Today is Poetry at Work Day. I love my work and I love poetry, so this is clearly one of my favorite days.
You can read more about the day here, and while the stated “purpose” of this day is to recognize that poetry exists everywhere, and that there are poetic aspects of everything, including one’s work; I think it’s equally valid to simply take this opportunity to share some poetry while at work.
Of course I love and appreciate the “real” reason behind the day and am 100% on board with encouraging the world to look with eyes that see beyond the obvious and to take time to observe how things shift when we open the door to non-surface-y exploration.
But I like the idea, too, of simply sharing poetry with one’s community, which when at work is one’s work community. So I’m going to do a bit of both.
Because I believe in the power of sharing poetry and I share it a lot, I often get variations on the questions “What do you see in poetry?” or “How can I understand/see/appreciate poetry?” or “How do I look at the world with the eyes of a poet?” So, although, I don’t have a work community, I can easily imagine trying to answer these questions if I did.
Serendipitiously (which also happens to be part of the magic of poetry btw), yesterday I came across a poem that I think answers these questions perfectly, and would certainly be the one I’d choose to share at work today.
“How Can You Become a Poet?” by Eve Merriam
take the leaf of a tree
trace its exact shape
the outside edges
and the inner edges
memorize the way it is fastened to the twig
(and how the twig arches from the branch)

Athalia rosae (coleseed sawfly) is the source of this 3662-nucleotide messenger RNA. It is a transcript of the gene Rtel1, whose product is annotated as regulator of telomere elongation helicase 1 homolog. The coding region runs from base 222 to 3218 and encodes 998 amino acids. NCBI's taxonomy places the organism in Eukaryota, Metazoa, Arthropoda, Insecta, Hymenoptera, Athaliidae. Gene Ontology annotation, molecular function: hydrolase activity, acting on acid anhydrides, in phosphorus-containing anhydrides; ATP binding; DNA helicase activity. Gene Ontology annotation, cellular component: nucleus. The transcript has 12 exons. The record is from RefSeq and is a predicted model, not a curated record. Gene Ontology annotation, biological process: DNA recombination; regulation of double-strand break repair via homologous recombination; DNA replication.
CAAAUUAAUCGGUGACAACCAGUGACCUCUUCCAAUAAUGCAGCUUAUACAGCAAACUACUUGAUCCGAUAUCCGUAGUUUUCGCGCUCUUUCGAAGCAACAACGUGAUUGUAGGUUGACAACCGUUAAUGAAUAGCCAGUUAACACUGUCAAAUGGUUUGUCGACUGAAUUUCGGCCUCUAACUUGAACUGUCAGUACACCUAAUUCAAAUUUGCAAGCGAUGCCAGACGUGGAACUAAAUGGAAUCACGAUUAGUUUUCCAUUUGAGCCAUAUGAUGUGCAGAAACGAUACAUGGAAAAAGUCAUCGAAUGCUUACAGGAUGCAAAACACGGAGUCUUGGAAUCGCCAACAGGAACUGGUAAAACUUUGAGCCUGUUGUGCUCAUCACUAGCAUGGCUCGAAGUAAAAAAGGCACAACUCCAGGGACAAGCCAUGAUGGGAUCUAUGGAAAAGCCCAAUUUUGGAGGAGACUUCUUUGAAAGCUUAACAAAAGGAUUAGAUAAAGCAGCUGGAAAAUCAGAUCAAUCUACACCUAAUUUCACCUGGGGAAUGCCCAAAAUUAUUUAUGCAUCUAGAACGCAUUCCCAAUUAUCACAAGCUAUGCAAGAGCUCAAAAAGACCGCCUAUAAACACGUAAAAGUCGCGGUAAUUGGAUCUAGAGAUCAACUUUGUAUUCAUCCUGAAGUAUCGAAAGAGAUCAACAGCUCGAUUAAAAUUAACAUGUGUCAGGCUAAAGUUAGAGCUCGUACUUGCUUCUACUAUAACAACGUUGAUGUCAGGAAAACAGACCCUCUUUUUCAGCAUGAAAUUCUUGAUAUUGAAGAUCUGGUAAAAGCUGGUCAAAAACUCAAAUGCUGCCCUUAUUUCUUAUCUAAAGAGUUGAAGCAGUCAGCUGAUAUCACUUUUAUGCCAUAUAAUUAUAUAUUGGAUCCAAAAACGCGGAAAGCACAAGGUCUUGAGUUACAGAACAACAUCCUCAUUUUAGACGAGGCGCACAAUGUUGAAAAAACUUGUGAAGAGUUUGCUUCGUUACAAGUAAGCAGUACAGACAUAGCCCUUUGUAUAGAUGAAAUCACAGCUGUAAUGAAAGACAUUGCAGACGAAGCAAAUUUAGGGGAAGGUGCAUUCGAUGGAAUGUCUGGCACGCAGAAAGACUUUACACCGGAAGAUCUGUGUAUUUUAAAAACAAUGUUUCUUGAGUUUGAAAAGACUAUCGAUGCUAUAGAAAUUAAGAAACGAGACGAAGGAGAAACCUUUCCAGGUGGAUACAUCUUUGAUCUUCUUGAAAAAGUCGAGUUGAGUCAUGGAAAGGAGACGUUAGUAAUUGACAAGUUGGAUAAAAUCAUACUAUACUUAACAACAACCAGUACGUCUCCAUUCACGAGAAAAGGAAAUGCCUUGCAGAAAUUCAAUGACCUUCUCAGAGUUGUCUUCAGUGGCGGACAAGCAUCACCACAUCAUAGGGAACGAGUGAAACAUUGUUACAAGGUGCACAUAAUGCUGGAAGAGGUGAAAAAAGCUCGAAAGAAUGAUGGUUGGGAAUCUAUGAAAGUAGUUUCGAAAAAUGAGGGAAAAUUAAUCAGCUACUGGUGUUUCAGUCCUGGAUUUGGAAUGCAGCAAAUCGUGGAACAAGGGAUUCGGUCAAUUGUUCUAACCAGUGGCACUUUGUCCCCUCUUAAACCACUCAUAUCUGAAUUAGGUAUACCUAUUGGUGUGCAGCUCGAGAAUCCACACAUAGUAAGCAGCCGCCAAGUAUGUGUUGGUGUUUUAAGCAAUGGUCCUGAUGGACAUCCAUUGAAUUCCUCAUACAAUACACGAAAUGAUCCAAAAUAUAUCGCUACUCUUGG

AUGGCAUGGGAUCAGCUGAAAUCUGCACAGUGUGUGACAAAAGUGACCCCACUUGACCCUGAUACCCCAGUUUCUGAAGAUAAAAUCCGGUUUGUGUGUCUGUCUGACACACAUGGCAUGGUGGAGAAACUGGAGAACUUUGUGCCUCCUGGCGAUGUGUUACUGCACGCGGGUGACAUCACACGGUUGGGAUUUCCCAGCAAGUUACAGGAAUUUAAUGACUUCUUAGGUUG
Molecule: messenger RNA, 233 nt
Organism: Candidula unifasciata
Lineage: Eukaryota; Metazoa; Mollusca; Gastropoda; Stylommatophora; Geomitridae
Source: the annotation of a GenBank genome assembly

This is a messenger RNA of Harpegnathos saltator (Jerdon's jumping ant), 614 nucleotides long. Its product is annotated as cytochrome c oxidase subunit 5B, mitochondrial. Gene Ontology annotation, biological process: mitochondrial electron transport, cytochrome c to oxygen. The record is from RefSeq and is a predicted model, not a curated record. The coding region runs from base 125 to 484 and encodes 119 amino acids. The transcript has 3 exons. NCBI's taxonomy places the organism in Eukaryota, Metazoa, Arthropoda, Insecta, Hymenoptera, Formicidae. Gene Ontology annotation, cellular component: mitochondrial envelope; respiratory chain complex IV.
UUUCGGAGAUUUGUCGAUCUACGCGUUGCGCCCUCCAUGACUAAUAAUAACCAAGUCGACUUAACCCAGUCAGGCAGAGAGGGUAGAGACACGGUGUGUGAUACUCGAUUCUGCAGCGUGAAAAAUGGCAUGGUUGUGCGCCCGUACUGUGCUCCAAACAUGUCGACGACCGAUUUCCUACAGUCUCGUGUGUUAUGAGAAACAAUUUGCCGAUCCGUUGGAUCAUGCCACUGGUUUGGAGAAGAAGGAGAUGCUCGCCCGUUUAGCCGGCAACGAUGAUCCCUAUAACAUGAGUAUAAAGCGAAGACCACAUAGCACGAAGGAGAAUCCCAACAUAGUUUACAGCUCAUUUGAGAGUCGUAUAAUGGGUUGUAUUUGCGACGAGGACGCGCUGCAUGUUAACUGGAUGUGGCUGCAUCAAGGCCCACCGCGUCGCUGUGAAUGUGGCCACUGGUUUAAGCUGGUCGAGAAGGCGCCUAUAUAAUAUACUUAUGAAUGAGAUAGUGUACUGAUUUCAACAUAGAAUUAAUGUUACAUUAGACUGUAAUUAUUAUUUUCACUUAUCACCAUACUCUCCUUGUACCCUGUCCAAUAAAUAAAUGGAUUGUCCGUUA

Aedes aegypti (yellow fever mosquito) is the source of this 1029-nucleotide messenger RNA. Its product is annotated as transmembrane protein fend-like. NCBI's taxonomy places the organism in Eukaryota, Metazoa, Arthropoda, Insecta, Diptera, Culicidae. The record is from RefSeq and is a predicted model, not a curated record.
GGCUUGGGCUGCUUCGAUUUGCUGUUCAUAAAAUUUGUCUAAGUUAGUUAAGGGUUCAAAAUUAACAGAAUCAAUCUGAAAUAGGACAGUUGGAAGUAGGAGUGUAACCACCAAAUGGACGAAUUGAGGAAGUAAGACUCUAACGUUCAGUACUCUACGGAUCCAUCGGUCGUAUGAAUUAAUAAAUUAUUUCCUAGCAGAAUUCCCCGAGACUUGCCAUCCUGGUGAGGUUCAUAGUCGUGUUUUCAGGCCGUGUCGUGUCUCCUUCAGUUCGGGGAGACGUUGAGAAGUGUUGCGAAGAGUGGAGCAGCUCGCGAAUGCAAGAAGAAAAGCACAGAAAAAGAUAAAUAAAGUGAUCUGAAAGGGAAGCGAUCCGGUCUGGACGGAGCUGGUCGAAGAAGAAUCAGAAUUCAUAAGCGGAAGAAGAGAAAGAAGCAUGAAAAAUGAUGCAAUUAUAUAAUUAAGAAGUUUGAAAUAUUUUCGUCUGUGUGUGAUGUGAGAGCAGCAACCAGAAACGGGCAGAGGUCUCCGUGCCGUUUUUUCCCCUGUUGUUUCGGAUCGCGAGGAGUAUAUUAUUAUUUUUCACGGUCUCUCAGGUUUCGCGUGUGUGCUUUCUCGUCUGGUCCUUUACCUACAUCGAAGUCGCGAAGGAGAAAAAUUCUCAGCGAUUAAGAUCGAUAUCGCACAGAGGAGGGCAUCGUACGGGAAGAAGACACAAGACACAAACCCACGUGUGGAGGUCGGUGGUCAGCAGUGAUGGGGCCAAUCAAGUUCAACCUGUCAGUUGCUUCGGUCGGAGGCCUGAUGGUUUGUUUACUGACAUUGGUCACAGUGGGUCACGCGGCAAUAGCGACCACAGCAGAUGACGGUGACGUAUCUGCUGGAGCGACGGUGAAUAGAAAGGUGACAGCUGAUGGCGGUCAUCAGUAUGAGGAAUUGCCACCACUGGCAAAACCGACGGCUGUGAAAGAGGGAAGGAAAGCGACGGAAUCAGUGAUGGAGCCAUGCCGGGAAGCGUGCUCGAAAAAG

how it springs forth in April
how it is panoplied in July
by late August
crumple it in your hand
so that you smell its end-of-summer sadness
chew its woody stem
listen to its autumn rattle
watch it as it atomizes in the November air
then in winter
when there is no leaf left
Isn’t that a perfectly lovely poem? And a beautiful invitation to look at the world around you more deeply? Which turns out to be what I consider the very essence of what poetry offers. You can read more about Eve Merriam here.
My part of the world has been locked in a frigid winter embrace for a while now, and the trees have long bared and entered their winter dreaming time. But yesterday I couldn’t help but smile and wonder how the little tree next door has managed to hang on to every one of its now-dried-out-brown leaves as though it were fully clothed. It seems a little magical and I can’t help but imagine it has something to do with my slightly magical neighbors who have extraordinary green thumbs. I take inordinate delight in being in close vicinity to this mystical little tree.
Leaves have also been on my mind, as someone said to me the other day, as she neared her 30th birthday, how she was entering the autumn of her life. I thought that was an exceptionally curious way to feel, particularly since almost a decade ago a friend said the exact same thing when she turned 40. With this latest declaration I felt a door open, and I suspect one of the things I’ll be exploring more fully this year is society’s and my own ideas about aging.
But no matter where that exploration takes me, I have no doubt leaves will wind themselves into my language and symbology. They already have.
So tell me what you think Do you find anything poetic about your work? Discovered a poem that touched off an exploration for you? Are you willing to see magic around you? Do tell – you know I love to hear.